Clinical features and management of cavernous and venous angiomas in the head

Koji Tokunaga, Isao Date

Research output: Contribution to journalReview articlepeer-review

4 Citations (Scopus)


Cerebral cavernous angiomas consist of well-circumscribed collections of thin-walled sinusoidal vascular channels lacking the intervening brain tissue. They are present in 0.4-0.8% of the population, and can occur in a sporadic or familial form. Most common symptoms are seizures, hemorrhage, and focal neurological deficits. The annual bleeding rate of the patient is reported to be 0.25%-20%. High-resolution magnetic resonance imaging (MRI) is a useful diagnostic tool with a high degree of sensitivity and specificity. Microsurgical excision of the lesion is a good treatment choice for cavernous angiomas in the brain, even in the brainstem. Although stereotactic radiosurgery may reduce the incidence of rebleeding and the frequency of seizures, its indication should be carefully investigated because of the relatively high rate of radiation-induced side effects. Less frequently, cavernous angiomas can be located at the extra-axial regions of the head, which include the cavernous sinus, the orbit, and the cranial nerves. Cavernous angiomas in the cavernous sinus pose a neurosurgical challenge due to the high vascularity and involvement of the neurovascular structures, and stereotactic radiosurgery is considered as an additional option. Surgical resection is recommended for symptomatic cavernous angiomas in the orbit; however, the rate of complications after resection is not necessarily low for cavernous angiomas within the apex. Venous angiomas are anomalies of normal venous drainage, which show characteristic appearance of the drainage system in the late phase of angiography (caput medusae). They are found either alone or in combination with other vascular malformations. Conservative treatment is recommended except for patients with a large hematoma or with a coexisting cavernous angioma.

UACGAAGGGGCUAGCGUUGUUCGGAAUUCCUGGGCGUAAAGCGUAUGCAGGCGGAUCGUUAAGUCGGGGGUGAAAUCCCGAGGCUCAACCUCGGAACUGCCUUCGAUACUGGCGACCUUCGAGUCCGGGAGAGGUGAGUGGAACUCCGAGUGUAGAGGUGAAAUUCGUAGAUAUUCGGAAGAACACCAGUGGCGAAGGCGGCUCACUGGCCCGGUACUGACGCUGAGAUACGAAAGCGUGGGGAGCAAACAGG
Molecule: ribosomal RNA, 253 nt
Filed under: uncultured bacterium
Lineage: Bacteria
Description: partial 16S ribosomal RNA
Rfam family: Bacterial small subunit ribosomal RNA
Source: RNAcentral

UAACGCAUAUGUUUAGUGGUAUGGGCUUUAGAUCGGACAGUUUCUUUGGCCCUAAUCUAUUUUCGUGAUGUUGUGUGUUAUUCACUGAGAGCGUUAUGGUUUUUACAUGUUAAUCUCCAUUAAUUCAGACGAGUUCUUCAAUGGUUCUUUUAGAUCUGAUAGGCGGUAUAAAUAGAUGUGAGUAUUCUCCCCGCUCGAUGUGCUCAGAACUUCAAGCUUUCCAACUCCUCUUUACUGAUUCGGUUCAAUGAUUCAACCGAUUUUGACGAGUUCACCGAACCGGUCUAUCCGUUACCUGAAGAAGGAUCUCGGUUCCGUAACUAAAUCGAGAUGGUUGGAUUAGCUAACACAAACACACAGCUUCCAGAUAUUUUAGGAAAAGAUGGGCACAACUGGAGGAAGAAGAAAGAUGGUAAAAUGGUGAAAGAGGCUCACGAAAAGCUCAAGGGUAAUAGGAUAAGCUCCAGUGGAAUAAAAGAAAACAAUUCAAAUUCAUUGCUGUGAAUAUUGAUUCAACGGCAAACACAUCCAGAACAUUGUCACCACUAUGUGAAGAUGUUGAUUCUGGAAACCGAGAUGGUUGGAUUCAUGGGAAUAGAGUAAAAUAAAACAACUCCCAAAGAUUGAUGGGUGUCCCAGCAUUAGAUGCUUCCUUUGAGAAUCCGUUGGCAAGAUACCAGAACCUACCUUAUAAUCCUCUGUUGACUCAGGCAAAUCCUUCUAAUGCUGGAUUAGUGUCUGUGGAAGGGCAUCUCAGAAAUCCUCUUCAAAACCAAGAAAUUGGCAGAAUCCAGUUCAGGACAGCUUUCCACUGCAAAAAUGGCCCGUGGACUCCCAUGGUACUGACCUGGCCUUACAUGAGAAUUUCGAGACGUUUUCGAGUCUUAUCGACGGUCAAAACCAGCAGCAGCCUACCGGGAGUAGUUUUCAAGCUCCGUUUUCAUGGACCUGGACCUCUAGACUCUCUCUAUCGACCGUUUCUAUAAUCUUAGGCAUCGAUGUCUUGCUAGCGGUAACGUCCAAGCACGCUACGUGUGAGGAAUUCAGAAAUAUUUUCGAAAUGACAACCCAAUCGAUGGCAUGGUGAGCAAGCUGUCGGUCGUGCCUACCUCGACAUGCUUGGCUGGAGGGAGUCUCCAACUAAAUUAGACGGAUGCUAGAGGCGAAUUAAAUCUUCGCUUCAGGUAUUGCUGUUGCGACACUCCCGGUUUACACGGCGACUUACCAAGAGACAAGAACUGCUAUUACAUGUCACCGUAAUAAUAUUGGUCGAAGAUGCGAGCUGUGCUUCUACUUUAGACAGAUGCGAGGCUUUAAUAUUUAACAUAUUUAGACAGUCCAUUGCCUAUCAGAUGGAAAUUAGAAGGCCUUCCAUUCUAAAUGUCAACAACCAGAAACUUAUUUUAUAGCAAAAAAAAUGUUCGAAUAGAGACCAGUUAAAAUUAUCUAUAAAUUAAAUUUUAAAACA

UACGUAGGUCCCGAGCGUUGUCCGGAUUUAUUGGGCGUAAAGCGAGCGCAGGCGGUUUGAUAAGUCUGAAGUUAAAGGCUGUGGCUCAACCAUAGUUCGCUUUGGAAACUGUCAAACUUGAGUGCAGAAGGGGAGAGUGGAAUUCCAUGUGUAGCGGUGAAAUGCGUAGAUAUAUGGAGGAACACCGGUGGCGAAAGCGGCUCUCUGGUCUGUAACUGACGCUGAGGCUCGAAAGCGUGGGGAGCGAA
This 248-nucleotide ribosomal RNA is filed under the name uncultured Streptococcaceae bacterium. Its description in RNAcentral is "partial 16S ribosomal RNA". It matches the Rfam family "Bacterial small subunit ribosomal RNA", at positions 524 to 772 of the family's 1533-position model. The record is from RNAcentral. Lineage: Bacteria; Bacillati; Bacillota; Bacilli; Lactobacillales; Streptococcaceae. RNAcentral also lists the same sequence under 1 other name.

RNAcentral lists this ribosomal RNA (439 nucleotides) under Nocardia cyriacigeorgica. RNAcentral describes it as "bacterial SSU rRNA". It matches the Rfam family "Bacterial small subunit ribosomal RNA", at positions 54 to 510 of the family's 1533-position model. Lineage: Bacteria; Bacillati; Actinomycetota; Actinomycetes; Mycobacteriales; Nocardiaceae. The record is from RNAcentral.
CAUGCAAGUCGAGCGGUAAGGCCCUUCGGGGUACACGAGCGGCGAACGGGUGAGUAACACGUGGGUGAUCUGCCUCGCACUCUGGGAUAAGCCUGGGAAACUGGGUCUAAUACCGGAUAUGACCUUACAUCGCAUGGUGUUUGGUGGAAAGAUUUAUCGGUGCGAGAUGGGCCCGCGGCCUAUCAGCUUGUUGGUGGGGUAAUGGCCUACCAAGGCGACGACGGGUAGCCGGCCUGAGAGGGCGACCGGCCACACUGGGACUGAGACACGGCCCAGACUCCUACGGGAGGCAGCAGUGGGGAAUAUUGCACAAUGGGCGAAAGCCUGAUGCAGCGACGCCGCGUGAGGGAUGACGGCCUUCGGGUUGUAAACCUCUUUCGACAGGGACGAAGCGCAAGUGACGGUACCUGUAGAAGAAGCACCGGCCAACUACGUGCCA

Original languageEnglish
Pages (from-to)17-25
Number of pages9
JournalBrain and Nerve
Issue number1
Publication statusPublished - Jan 1 2011


  • Cavernous sinus
  • Cerebral cavernous angioma
  • Cranial nerves
  • Orbit
  • Venous angioma

ASJC Scopus subject areas

  • Clinical Neurology


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